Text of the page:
Posts Tagged ‘drink’

I’m going to be sending a lot of recipes your way from now until Christmas – for both food and drink – so tune in and turn on that holiday cheer!

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The never-ending candy-cane extends infinitely in both directions

Candy Cane Shot, Version 1:

  • 1/4 oz Peppermint Schnapps
  • 3/4 oz Cherry Brandy
  • Garnish with small candy cane or a sprig of fresh peppermint

Candy Cane Shot, Version 2:
Layer in a shot glass.

  • 1/3 oz Grenadine
  • 1/3 oz Peppermint Schnapps
  • 1/3 oz Creme de Menthe

Peppermint Aztec
Pour in order listed and garnish with peppermint stick.

  • 2 oz. Peppermint Schnapps
  • 1 oz. Kahlua
  • 1 cup chocolate milk

The never-ending candy-cane extends infinitely in both directions


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These particular drinks both call for Cinnamon schnapps, of which the most famous variety is Goldschlager, a Swiss product with flakes of real gold floating in it. Some have been concerned that the gold may cause an adverse reaction in individuals who are sensitive, but Wikipedia assures us that “there is currently less than a tenth of a gram (0.1 g) of gold flakes in a 750 ml bottle of Goldschläger[1], which, as of July 9, 2008, amounts to about 3.00 USD on the international gold market.[2]” I don’t know why this information, in itself, should assure us, but no matter: you can get cinammon schnapps without the gold (although certain other brands have copied Goldschlager). DeKuyper’s Hot Damn!™, for example, doesn’t contain gold flakes, and it is on the Washington State Liquor Stores Current Price List.It also has the advantage of being a fiery red color, which goes with Christmas.

Now, having made all these qualifying statements, the recipes themselves are very straightforward–


– 1/2 oz Cinammon Schnapps
– 1 oz. Vodka


Pour both liquors into glass – do not mix or stir. Serve on the rocks or straight up. Add cinnamon stick garnish.


3/4 oz Apple Schnapps
1/4 oz Cinnamon Schnapps
2 oz Vodka

In a mixing glass filled with ice, combine ingredients and shake. Strain into glass. Drop in a thin wedge of green apple (e.g., Granny Smith var.) or mount on glass and add cinnamon stick.

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This easy to prepare drink is guaranteed to warm you and your guests from head-to-toe on a cold winter’s night.



Heat cider, cinammon candies and allspice to boiling; reduce heat. Cover and simmer 5 minutes. Remove allspice; stir in honey.  Serve in mugs & garnish with cinnamon stick if desired. Makes 24 1/2 cup servings.

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Now it’s time to begin with the really fun part of this blog. As with last year, I’ve been searching out all sorts of interesting holiday recipes for both food and drink, along with a host of other “Christmas arcana” – from poetry and fiction to Christmas trivia and factoids, from wallpaper and Victorian postcards to classic video and music clips – and more. This year I would like to make “Old Christmas” – the traditions from way back when – a major focus of the blog.

Here is a hearty brew from Athole, a mountainous region of Scotland, which may be served either warm or cold.




  • 1 cup honey
  • 1-1/2 to 2 cups heavy cream
  • 2 cups Scotch whiskey


Heat honey, and when it thins slightly, stir in cream. Heat together, but do not boil. Remove from heat and slowly stir in whiskey. May be served hot, or thoroughly chilled overnight. If you have some comb honey on hand, a bit of the comb may be used as a garnish, as shown in the illustration. Makes 4-6 servings.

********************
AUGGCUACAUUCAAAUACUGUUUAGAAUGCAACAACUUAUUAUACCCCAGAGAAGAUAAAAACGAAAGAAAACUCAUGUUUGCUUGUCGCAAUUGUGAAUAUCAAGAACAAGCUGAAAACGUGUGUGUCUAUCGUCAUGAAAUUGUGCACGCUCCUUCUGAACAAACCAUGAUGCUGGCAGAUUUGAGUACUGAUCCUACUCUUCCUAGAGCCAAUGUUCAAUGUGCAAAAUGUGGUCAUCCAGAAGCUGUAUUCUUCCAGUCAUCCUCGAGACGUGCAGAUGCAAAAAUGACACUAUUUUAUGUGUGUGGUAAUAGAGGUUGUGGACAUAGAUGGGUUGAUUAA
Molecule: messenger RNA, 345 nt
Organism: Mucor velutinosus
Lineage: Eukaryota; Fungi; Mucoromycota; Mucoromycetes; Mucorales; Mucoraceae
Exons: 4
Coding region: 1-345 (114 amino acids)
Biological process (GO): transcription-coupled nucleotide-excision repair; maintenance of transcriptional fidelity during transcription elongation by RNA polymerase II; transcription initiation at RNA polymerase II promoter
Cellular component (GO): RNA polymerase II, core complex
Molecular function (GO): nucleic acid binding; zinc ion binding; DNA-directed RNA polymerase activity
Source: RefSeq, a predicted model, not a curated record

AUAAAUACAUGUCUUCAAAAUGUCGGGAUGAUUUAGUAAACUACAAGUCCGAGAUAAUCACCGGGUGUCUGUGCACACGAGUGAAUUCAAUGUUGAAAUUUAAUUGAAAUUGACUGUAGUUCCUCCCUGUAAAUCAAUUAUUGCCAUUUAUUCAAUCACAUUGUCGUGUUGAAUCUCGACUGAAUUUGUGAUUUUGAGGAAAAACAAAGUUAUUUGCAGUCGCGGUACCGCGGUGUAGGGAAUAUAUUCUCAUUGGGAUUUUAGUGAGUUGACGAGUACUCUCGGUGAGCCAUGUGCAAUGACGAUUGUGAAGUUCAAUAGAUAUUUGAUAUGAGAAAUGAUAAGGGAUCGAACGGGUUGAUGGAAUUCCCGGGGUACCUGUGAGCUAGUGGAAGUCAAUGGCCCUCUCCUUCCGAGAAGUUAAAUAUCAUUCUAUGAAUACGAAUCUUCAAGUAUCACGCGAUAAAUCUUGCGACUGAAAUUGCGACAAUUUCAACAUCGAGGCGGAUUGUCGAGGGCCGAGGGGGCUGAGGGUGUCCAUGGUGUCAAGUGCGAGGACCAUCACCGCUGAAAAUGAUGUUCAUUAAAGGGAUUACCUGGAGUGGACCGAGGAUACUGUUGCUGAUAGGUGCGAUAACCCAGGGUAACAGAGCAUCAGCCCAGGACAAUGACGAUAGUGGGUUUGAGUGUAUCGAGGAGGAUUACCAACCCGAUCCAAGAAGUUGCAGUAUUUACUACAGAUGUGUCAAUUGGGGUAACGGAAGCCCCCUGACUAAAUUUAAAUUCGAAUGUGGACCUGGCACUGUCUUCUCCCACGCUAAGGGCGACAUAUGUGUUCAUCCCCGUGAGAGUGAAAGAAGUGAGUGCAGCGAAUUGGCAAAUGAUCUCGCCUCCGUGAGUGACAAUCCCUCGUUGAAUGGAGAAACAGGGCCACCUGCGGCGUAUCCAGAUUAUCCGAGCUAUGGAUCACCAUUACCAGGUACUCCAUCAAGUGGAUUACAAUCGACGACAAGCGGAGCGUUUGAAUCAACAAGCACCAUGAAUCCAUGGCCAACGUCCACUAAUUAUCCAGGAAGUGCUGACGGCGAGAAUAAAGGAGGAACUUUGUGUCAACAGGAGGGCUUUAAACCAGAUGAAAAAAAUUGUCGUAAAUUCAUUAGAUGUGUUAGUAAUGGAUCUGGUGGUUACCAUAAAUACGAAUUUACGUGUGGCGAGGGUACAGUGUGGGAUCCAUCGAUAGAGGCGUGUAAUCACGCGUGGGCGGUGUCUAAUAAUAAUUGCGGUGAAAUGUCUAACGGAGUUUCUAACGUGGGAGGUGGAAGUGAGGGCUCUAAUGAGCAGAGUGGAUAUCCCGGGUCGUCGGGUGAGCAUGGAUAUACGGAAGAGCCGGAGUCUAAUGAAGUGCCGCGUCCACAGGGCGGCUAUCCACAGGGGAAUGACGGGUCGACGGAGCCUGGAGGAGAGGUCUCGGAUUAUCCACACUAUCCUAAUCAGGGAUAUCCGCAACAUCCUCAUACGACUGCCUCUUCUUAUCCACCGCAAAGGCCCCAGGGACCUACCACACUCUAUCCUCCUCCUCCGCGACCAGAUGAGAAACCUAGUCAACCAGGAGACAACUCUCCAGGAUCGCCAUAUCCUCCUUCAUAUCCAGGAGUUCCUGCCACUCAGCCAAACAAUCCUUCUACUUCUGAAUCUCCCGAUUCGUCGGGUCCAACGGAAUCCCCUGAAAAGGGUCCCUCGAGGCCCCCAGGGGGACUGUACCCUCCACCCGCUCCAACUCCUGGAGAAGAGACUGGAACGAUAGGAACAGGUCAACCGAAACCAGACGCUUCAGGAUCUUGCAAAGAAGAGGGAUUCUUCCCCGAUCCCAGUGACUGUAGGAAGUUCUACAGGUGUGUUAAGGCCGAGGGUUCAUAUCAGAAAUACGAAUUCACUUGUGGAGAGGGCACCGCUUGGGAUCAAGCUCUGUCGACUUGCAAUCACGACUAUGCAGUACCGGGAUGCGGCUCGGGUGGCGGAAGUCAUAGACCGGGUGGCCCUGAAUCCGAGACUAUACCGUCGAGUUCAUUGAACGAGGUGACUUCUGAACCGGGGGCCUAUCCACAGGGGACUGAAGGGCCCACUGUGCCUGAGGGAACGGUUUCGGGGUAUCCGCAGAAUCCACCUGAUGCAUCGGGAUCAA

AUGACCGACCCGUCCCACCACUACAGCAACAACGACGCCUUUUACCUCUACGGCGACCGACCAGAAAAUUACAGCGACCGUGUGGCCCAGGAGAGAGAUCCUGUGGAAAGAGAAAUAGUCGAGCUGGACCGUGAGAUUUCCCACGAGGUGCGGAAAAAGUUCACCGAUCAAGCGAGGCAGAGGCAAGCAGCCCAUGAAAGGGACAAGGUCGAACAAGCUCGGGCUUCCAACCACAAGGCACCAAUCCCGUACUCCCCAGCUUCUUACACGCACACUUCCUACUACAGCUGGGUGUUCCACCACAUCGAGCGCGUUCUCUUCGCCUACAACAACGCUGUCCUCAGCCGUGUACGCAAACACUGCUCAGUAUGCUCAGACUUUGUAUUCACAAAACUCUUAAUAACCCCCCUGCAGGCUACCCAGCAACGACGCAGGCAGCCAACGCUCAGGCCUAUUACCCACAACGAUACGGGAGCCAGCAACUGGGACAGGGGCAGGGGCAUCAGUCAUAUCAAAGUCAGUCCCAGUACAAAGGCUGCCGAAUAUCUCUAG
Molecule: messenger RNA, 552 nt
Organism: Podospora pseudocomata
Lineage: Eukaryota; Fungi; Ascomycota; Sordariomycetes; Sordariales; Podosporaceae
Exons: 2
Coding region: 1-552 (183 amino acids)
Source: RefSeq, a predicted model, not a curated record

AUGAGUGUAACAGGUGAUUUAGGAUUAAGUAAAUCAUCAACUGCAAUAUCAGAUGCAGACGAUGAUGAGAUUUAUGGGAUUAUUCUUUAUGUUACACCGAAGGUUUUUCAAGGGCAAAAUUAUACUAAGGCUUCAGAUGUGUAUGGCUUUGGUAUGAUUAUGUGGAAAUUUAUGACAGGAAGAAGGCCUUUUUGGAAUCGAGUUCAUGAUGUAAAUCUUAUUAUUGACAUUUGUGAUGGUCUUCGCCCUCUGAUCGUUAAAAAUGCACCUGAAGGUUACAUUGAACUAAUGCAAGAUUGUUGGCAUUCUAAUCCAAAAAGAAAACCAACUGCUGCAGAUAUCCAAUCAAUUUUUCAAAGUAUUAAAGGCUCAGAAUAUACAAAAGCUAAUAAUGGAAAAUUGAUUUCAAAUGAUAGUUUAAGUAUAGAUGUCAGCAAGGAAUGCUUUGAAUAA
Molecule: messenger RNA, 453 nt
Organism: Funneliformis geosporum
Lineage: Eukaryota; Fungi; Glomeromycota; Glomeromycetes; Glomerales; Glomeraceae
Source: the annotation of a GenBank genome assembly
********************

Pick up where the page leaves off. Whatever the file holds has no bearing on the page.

Factoid: Today Atholl Brose is sold as a liquer, containing the traditional ingredients of oatmeal water, heather honey, and Scotch whiskey, but minus the cream. Often cream is added, particularly on festive occassions.

*Henceforth, all drink recipes will be clearly labeled either “alcohol” or “no alcohol.”

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Hot Buttered RumSimple as can be. That old north wind is blowing in Bellingham right now, and hot-buttered rum hits the spot, especially if you’ve been out in the cold.

1.) Go to the grocery store and purchase some hot-buttered rum batter. Harvey’s is a popular brand, but Haggen makes their own this time of year, as well. I think Reser’s also makes it (I’m a Harvey’s man, myself).

2.) Go to the spices section and pick up a bottle of rum or brandy flavoring, or both (Locals: Fred Meyer has both varieties).

3.) Prepare according to instructions, substituting a few drops of the flavoring for the booze.

4.) Sprinkle a bit of cinammon and/or nutmeg on top, as you like it. Garnish with cinammon stick and/or lemon.

5.) Be warm, and make merry!

If you prefer alcohol in it…well, you know what to do. 🙂

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• 3 cups strong tea
• 2 750-ml. bottles dry red wine
• 1 750-ml. bottle dark rum
• 1 lb. superfine sugar
Juice of 1 large orange
Juice of 1 lemon

Mixing instructions:
Heat wine, tea and fruit juices in a chafing dish or saucepan, but do not boil. This punch may be served from the chafing dish or transferred to a heatproof punch bowl. Put sugar into a large ladle and saturate with rum. If ladle is not large enough for all the sugar, put remainder in punch bowl. Ignite rum in ladle and pour blazing into punch. Stir well, extinguish flames, and then pour remainder of rum into punch. Stir again and serve. Makes about 27 servings.

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I’ve just been made aware of yet another holiday drink, which seems similar to Potus Ypocras; both most likely herald back to the Roman Empire, where mulled wines were also enjoyed. You may buy prepared gluhwein syrup online, here:


And here is a recipe for making it at home. Personal websearches should almost certainly yield even more variants on the theme.

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